How to watch the rare 'triple conjunction' of Mercury, Jupiter and Saturn tonight

The rings of Saturn glide above Jupiter as the two planets pass near Burj Khalifa, the world's tallest building.
The rings of Saturn glide above Jupiter as the two planets pass near Burj Khalifa, the world's tallest building. (Image credit: Florian Kriechbaumer)

Just weeks after Jupiter and Saturn dazzled stargazers by canoodling side-by-side in the night sky, another "great conjunction" of planets is on the way — and this time, Mercury is invited to the party, too.

On Sunday (Jan. 10), the three planets will appear close together in a rare triple conjunction event. According to Live Science's sister site, the three bodies will form a "small, neat triangle" low in the west-southwest sky, appearing about 30 to 45 minutes after sunset that evening. Jupiter will appear at the top of the triangle, glowing about two-and-a-half times brighter than Mercury, and 10 times brighter than Saturn.

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A simulation by Starry Knight showing what the triple conjunction will look like, and where to find it. (Image credit: Starry Knight)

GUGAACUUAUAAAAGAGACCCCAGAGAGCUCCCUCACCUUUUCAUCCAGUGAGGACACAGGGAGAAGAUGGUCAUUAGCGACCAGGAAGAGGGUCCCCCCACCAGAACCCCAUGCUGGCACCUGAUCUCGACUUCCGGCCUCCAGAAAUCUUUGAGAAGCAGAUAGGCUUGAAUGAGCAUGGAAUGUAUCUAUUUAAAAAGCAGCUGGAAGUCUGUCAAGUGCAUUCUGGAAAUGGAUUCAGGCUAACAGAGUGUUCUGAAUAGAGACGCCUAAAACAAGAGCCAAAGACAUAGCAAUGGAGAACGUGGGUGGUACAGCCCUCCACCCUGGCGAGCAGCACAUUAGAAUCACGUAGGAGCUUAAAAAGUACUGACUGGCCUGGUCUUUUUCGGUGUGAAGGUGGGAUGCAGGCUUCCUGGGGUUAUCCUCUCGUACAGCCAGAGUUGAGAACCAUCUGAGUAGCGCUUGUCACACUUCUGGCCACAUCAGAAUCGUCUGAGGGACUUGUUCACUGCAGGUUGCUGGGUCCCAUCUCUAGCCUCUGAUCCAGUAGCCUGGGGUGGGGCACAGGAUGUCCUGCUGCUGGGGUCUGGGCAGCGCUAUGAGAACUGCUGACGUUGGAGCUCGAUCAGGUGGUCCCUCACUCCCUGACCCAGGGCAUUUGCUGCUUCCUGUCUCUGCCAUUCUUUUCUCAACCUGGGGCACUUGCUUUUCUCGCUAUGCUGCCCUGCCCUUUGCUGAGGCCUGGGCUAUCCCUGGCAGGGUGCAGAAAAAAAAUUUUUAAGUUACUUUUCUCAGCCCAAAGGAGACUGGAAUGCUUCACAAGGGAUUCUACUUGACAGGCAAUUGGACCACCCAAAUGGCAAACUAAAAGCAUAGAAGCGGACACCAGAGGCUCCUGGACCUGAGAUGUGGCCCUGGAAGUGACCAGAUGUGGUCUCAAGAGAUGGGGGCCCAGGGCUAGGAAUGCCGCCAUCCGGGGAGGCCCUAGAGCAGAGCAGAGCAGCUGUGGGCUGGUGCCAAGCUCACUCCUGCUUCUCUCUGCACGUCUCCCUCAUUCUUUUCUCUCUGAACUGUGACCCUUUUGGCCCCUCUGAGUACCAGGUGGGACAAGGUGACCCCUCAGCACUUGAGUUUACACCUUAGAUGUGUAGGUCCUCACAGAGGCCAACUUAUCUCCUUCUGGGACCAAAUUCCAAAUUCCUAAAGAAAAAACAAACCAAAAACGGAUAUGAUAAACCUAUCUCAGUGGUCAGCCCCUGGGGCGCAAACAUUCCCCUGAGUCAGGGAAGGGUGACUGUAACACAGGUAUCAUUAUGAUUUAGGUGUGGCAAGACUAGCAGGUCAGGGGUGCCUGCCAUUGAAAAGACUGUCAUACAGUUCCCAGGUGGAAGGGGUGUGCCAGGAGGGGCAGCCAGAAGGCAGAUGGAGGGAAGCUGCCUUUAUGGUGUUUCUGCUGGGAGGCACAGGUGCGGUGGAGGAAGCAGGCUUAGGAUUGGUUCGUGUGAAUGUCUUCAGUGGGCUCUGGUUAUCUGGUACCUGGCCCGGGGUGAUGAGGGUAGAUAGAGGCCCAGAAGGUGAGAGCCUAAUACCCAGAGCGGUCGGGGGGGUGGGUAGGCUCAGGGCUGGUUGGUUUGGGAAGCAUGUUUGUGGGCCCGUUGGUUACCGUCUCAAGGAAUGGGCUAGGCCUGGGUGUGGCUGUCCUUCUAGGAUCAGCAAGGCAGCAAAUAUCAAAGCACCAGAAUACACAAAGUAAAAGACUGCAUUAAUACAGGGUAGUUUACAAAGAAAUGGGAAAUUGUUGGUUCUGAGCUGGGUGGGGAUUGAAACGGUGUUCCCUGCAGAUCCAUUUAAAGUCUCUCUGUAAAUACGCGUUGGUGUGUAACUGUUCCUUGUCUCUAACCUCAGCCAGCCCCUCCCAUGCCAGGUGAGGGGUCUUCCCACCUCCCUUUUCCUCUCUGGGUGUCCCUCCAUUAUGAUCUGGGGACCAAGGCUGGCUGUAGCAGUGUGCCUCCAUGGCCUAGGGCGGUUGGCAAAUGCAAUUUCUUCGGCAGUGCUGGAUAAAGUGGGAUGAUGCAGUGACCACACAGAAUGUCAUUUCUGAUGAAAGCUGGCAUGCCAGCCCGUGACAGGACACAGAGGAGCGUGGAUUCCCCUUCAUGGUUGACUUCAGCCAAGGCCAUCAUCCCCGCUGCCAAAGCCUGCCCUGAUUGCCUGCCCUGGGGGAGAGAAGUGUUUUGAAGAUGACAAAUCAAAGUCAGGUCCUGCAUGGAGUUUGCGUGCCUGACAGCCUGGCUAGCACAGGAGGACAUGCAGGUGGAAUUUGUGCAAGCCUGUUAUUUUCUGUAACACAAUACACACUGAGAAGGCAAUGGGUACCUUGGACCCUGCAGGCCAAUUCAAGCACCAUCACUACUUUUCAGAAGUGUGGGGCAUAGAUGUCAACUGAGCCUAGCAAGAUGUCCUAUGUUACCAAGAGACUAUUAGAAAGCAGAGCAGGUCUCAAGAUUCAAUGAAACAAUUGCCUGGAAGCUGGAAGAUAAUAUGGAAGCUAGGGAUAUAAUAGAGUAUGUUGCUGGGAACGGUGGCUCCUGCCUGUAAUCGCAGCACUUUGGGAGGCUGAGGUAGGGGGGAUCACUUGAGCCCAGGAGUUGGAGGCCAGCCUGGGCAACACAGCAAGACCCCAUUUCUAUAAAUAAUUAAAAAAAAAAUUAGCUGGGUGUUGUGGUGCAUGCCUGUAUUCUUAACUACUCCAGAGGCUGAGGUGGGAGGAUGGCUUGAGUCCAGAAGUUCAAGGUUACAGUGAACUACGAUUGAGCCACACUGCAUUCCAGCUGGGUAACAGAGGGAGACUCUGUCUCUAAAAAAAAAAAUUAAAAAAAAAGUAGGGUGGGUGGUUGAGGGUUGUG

Because the trio will appear so close to the horizon and so close to sunset,'s skywatching columnist Joe Rao strongly recommends that stargazers use a pair of binoculars to clearly see the planets against the twilight sky.

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This may be the last chance to catch Jupiter and Saturn in the evening sky for a while, as the planets continue to descend farther and farther into the blazing sunset. (Mercury, meanwhile, will continue to rise, remaining visible through the end of the month. has more details on how to view it.)

Though the three planets seem to be bumping elbows, they are still taking social-distancing guidelines to the extreme. When the conjunction began a few weeks ago, Jupiter was about 550 million miles (890 million kilometers) from Earth, or about 5.9 times the distance between Earth and the sun, while Saturn was about 1 billion miles (1.6 billion km) from Earth, or about 10.8 times Earth's distance from the sun. Mercury, meanwhile, remains millions of miles closer, at about 120 million miles (195 million km) from Earth.

The three planets merely look close together because their orbits put them all in a straight line, relative to Earth.

Originally published on Live Science.

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Brandon Specktor
LiveScience senior writer

Brandon has been a senior writer at Live Science since 2017, and was formerly a staff writer and editor at Reader's Digest magazine. His writing has appeared in The Washington Post,, the Richard Dawkins Foundation website and other outlets. He holds a bachelor's degree in creative writing from the University of Arizona, with minors in journalism and media arts. He enjoys writing most about space, geoscience and the mysteries of the universe.